baseball america named lilliquist its college pitcher of the year. he was drafted 6th overall by the braves, behind mcdowell (5th), mike harkey (4th), and willie banks (3rd). ken griffey jr was the number one overall selection. the cardinals selected lilliquist’s teammate, cris carpenter (not the DNGAF wild man, but this guy) 14th overall that year.
despite the gaudy strikeout total, lilliquist didn’t have overpowering stuff, topping out at 91 or so with his fastball. but he had pinpoint control, wasn’t afraid to come inside to right-handers, and could throw any pitch in any count. scouts likened him to 1980s southpaws such as bruce hurst, john tudor, and scotty mcgregor. (you can also see some parallels with jaime garcia, who worked with lilliquist for the first time in 2011.) he held out until august, signing with the braves for $165K, and squeezed in five starts before the minor league season ended.
the following spring, braves manager chuck tanner mused openly about the possibility that lilliquist would open the season in the big-league rotation.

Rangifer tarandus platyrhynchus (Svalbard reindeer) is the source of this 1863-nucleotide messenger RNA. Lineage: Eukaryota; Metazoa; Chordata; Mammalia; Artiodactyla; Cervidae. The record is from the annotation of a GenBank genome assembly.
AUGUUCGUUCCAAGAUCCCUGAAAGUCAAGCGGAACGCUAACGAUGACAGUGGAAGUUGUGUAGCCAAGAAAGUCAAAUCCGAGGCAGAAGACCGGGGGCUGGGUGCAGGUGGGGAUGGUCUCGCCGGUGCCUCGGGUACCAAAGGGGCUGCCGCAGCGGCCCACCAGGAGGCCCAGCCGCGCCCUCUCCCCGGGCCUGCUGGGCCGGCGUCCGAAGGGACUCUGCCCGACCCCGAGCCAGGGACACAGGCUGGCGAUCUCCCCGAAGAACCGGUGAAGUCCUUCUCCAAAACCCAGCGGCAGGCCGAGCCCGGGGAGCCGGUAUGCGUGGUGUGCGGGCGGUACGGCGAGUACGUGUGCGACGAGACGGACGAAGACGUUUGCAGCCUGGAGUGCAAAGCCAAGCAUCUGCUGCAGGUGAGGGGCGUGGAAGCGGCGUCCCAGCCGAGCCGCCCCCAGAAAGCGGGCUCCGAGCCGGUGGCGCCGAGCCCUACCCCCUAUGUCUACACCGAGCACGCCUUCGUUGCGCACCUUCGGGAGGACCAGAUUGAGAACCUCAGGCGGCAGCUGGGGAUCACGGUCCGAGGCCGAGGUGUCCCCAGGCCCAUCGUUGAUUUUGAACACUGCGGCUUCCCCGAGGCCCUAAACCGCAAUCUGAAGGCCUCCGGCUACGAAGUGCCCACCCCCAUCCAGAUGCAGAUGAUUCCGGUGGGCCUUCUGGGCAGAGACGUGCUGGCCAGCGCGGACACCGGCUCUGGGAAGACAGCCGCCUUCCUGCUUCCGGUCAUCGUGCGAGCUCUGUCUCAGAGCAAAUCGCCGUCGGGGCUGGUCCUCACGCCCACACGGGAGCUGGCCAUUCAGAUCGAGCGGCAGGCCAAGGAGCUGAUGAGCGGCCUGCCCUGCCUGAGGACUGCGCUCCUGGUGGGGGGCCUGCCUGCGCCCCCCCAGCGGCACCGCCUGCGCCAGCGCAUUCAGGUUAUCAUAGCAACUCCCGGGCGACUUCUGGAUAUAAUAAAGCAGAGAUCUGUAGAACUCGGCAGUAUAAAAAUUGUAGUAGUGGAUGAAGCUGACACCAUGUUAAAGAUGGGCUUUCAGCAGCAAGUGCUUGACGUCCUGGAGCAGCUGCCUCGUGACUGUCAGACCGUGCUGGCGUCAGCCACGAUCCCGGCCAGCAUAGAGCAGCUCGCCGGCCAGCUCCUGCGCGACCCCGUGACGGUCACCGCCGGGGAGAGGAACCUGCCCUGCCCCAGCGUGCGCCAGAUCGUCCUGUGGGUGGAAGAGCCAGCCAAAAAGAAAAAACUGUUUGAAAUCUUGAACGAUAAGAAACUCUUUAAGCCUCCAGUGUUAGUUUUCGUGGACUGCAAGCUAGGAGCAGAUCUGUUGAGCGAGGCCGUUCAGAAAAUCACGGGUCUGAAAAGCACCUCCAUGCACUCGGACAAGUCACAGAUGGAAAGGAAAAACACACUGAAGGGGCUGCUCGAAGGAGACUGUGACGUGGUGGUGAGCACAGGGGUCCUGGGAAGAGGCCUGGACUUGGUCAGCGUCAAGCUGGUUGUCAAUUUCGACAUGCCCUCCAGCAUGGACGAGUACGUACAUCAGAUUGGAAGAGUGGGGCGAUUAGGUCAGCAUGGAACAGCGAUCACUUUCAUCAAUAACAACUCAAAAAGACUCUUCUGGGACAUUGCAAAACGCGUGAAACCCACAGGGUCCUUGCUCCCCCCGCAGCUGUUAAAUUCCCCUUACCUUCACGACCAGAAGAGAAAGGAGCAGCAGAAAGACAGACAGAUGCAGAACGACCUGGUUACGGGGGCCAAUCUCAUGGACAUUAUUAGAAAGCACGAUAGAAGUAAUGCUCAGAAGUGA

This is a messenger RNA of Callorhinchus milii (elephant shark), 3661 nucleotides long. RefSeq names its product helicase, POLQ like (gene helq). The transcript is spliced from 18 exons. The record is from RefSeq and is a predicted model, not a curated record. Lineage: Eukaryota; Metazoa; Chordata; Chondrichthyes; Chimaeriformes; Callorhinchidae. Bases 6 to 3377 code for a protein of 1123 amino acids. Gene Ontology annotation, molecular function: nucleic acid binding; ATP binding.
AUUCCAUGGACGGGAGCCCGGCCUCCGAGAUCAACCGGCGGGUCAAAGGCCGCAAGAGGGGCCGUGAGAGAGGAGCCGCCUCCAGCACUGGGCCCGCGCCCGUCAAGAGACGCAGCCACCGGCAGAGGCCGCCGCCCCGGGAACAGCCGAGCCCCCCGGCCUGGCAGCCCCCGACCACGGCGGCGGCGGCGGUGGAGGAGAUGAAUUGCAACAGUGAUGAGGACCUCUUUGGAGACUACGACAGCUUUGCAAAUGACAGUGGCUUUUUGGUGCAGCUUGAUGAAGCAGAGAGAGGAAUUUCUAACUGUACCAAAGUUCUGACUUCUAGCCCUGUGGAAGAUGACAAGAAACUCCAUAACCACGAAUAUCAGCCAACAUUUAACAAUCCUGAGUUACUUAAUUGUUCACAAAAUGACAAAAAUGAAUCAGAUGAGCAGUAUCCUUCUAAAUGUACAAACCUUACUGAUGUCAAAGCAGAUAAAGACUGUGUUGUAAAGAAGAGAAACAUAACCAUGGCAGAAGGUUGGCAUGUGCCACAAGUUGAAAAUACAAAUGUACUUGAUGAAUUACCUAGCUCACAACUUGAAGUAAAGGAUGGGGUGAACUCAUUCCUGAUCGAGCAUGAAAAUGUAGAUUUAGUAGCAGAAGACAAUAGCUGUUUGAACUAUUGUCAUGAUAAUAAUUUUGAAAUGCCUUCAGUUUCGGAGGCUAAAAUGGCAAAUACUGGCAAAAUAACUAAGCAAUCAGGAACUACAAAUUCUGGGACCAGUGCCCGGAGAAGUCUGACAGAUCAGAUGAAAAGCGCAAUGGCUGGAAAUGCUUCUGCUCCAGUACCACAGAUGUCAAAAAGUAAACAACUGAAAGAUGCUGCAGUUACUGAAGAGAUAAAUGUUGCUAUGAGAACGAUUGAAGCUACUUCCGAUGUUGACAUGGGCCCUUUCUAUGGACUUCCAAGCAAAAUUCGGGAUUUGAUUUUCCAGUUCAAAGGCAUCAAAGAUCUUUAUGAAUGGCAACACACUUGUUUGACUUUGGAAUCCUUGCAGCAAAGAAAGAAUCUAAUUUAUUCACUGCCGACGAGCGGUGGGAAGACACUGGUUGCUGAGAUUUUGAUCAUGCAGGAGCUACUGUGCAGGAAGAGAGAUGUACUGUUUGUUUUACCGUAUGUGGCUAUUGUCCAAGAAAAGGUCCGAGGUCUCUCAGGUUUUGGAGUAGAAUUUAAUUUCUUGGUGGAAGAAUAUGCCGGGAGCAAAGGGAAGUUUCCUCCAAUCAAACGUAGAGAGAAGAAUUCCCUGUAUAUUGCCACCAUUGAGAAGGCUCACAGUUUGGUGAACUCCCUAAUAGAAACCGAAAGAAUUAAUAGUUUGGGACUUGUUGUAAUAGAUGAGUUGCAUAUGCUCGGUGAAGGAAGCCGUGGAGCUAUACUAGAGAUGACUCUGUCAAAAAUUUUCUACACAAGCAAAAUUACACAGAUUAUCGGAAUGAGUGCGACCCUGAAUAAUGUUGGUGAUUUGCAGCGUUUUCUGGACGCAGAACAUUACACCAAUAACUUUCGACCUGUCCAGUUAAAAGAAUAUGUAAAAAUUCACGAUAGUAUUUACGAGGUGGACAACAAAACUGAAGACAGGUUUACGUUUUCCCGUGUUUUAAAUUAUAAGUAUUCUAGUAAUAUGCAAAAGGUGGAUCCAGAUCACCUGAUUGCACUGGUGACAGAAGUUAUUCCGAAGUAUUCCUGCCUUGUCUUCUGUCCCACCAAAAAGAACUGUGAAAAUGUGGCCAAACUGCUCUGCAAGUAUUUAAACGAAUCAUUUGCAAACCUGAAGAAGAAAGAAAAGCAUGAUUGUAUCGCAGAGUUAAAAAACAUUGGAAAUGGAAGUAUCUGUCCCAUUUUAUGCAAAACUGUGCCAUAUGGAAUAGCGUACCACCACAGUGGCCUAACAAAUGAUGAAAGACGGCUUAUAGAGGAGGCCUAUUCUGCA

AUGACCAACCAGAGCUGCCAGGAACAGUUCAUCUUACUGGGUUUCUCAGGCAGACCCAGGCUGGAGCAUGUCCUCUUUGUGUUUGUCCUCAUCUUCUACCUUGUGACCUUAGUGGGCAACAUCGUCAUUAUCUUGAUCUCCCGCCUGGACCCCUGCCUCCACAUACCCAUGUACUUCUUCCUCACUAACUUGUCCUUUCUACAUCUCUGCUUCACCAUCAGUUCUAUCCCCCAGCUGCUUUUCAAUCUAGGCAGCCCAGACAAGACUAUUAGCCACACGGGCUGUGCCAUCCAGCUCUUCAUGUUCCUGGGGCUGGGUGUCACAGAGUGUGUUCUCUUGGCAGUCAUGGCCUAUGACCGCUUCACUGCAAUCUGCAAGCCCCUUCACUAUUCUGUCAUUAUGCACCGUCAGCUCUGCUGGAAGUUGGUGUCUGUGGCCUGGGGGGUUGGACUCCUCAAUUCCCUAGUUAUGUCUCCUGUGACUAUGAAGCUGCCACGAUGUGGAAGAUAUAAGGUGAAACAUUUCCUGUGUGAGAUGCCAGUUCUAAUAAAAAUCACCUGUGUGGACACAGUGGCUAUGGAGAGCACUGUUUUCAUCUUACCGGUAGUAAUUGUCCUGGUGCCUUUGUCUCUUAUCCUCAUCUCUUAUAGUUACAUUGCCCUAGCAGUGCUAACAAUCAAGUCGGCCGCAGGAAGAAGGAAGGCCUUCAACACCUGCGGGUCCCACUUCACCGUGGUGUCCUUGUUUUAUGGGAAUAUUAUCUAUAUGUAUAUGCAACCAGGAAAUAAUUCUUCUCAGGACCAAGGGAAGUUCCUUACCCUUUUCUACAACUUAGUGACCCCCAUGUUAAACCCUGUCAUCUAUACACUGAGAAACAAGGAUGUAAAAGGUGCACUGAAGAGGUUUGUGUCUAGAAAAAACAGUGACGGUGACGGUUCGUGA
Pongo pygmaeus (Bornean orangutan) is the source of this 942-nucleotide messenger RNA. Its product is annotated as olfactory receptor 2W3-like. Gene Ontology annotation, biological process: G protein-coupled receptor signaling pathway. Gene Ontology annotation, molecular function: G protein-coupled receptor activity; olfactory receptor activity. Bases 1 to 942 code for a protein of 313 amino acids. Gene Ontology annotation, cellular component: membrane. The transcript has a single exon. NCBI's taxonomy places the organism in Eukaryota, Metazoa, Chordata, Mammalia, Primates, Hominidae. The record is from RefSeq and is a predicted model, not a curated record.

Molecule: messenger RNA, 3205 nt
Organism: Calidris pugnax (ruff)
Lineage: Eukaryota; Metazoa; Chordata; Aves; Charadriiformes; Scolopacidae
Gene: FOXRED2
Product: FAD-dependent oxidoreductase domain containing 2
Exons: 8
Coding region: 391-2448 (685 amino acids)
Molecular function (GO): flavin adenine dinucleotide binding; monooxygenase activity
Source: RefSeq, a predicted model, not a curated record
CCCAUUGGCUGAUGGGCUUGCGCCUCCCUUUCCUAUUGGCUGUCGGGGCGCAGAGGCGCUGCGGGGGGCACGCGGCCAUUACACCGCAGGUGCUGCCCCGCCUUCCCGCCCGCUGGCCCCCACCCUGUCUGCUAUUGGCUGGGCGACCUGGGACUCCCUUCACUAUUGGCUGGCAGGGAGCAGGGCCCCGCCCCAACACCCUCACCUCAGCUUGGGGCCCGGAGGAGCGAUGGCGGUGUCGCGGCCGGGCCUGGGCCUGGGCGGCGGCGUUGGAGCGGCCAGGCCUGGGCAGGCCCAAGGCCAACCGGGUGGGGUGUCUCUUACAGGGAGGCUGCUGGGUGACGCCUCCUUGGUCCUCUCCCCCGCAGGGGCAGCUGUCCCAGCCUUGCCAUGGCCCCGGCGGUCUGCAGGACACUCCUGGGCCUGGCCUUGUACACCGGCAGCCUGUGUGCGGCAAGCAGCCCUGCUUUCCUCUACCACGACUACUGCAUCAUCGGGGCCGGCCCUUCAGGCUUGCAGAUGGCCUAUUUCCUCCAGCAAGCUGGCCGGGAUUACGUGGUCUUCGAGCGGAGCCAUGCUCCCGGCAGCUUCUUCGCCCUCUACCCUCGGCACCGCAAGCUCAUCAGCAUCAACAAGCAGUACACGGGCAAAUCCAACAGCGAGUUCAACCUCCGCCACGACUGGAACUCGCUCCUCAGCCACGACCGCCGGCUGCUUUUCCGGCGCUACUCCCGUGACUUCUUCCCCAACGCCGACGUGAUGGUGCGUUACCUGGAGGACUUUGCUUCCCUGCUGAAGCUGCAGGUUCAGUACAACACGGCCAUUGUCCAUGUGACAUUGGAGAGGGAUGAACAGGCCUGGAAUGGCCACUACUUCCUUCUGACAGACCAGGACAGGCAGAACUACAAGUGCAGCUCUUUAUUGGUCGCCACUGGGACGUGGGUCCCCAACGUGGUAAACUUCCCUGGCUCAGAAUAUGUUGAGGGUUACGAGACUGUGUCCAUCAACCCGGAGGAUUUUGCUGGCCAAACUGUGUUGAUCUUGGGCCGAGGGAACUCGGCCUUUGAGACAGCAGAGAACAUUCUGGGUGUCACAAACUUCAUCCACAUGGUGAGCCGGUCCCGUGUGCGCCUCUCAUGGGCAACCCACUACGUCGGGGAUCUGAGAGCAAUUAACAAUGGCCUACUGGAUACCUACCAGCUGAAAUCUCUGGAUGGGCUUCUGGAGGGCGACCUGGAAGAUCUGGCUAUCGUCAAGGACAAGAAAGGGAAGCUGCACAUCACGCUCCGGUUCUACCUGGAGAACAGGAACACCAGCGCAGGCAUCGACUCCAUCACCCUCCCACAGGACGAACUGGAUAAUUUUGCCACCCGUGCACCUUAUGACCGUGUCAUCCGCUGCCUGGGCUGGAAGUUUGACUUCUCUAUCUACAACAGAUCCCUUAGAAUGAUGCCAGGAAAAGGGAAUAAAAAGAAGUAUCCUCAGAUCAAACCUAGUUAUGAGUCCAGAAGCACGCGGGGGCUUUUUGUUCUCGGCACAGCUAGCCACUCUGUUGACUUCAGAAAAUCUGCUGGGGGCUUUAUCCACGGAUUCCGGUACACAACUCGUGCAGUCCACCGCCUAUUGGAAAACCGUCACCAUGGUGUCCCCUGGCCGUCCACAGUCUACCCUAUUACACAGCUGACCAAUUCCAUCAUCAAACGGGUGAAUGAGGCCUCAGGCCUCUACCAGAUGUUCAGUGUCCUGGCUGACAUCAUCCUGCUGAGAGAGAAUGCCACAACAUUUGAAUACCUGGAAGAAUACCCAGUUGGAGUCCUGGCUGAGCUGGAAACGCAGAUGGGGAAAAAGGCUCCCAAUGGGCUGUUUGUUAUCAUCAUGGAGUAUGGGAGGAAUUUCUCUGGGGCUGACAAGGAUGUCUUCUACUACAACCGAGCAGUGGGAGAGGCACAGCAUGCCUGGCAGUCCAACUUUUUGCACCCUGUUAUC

they had finished dead last in the NL in pitching the previous year and 10th (out of 12 teams) the year before that. they already had begun a mound youth movement, breaking in tom glavine and pete smith late in 1987. glavine and smith both spent the whole 1988 season in atlanta’s rotation, and john smoltz joined them midway through; they moved up to 11th in ERA that year but finished with a catastrophic 54-106 record, their worst in more than 50 years.
lilliquist was sheltered from the carnage, spending the whole year at AAA richmond, where he made 28 starts. i’ll just post his stat line, and you’ll immediately understand what type of pitcher he was:
that’s a strikeout rate of 4.2 k/9 . . . . against minor leaguers. he did post a 3.38 era and exhibited his trademark control (1.9 walks per 9), which gave him a creditable 2.22 k/bb ratio in spite of the miniscule k rate. but it was now clear that lilliquist’s game hadn’t translated seamlessly from college to the pros; whatever he’d used to rack up huge strikeout totals at georgia didn’t work against professional hitters.